Seen from Calascibetta, Enna appears inaccessible. The steep rocks conceal some paths through which you can walk up to the top of the mountain. It is said that the Arabs were able to break the siege thanks to the help of a traitor banished from Enna, who showed them one of those concealed, dangerous, narrow paths through the rocky slopes, in the nighttime.
A further growth of Calascibetta took place during the Norman period. As the Arabs had done two centuries ago, the Normans also camped in Mount Xibet during their thirty-year siege on Enna, which was an Arab fortress this time.
The Normans built churches, monuments, a castle and the city walls in Calascibetta.
The Aragonese came to Calascibetta after the Normans. King Peter II of Aragon, who became the king of Sicily, built the Royal Palatine Chapel in 1340. He loved Calascibetta and died in this town in 1342.
This is an excerpt from November 2: The Day of the Dead in Sicily
November 2 is a special day in Sicily. The Day of the Dead is considered an important festival, when children receive gifts from the dead and eat special bone-shaped cakes. Cemeteries are overcrowded with people walking in the avenues, placing flowers at gravesites, and lighting candles in their tombs. Many Sicilian tombs look like small houses: They contain a room, an altar, and marble-walled niches.
Mario Chiaramonte goes to the cemetery on this day. Besides visiting the tombs of his relatives and friends, he strolls throughout the graveyard. On his walk, he stumbles on some special tombs. A few have an epitaph carved on the tombstone or above the altar.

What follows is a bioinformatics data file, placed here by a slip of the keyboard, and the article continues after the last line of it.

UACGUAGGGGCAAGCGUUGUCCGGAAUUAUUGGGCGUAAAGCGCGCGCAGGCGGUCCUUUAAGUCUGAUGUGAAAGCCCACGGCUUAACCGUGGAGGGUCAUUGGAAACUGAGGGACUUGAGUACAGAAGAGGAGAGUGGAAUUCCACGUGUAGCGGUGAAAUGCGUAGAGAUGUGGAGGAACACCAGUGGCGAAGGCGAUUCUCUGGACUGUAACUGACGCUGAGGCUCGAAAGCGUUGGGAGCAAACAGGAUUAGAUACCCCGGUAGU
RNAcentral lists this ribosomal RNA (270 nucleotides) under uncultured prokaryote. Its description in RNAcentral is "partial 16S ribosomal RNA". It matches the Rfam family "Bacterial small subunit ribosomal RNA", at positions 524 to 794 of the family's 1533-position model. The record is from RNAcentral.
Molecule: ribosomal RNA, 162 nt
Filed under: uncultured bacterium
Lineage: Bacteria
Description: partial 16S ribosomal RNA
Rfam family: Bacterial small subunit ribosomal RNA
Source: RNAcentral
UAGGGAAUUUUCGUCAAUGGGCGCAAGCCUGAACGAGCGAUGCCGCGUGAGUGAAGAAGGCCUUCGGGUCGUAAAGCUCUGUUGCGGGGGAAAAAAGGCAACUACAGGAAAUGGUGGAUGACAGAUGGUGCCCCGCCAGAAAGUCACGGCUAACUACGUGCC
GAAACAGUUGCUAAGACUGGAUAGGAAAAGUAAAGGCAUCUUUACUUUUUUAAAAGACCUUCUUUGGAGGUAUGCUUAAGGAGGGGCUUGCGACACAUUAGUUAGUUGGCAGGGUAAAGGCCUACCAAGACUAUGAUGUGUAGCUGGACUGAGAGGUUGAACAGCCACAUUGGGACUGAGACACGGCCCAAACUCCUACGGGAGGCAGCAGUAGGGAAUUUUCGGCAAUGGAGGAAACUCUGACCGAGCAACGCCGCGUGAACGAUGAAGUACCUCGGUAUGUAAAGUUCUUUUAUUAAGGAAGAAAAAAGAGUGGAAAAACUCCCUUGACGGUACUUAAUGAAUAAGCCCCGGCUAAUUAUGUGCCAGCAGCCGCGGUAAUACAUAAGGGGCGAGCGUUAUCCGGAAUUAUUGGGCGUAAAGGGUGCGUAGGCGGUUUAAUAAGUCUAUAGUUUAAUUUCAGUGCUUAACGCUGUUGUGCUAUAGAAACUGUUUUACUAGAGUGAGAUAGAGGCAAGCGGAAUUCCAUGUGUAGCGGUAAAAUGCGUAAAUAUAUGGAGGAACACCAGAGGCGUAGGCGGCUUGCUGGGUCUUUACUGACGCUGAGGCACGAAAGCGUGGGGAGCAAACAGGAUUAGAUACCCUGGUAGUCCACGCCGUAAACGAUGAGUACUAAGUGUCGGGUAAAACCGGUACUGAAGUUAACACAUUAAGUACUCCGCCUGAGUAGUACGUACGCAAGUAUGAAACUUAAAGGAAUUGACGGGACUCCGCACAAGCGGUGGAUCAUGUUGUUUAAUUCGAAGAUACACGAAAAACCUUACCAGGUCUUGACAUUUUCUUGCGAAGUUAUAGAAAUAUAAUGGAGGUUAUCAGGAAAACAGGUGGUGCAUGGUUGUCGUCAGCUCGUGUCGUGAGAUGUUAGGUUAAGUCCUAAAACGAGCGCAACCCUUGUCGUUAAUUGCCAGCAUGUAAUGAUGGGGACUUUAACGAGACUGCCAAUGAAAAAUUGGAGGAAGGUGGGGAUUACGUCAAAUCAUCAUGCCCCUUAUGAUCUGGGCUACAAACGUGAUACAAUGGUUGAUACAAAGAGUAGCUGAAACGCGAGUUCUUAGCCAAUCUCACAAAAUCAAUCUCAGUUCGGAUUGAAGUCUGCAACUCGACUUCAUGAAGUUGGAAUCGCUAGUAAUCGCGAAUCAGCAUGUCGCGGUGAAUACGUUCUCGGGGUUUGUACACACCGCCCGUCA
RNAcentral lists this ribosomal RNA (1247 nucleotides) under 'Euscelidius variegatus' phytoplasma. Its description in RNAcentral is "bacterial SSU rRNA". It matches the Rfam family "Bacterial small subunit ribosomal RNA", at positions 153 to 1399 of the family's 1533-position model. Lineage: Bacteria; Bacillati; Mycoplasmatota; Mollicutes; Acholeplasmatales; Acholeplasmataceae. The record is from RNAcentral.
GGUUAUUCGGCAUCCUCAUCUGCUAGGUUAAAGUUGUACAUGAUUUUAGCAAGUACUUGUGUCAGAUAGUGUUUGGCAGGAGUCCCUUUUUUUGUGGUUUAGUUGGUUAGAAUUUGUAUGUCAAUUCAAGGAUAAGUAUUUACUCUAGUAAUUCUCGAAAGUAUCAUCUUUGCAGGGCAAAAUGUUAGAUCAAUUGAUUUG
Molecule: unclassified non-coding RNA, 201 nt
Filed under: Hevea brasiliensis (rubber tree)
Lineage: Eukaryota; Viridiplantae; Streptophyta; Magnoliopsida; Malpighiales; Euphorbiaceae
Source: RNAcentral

The tombs he visits house the bodies of a Mafia boss, a literary man, a poet, a nobleman, and more. Mario recalls the salient moments of their lives, and at the same time sees himself from a different detached perspective.
Romance, adventure, life, death, the Mafia, good and evil, racism, and impermanence are themes throughout the novel. November 2: The Day of the Dead in Sicily is thought provoking and captivating from beginning to end.
Now I am at Arambol Beach in Goa (India) for my winter holidays.
How did I spend the last day of the year? At dawn, I went jogging on the beach, saluted the rising sun, and helped some fishermen that asked me to give them a hand to beach their heavy boat.
At night, I walked along the seaside where thousands of people were waiting for the stroke of midnight.
On the first day of the new year, I went to the beach at daybreak again. There were a few cleaners that were collecting the garbage littered by those who had celebrated Happy New Year all night.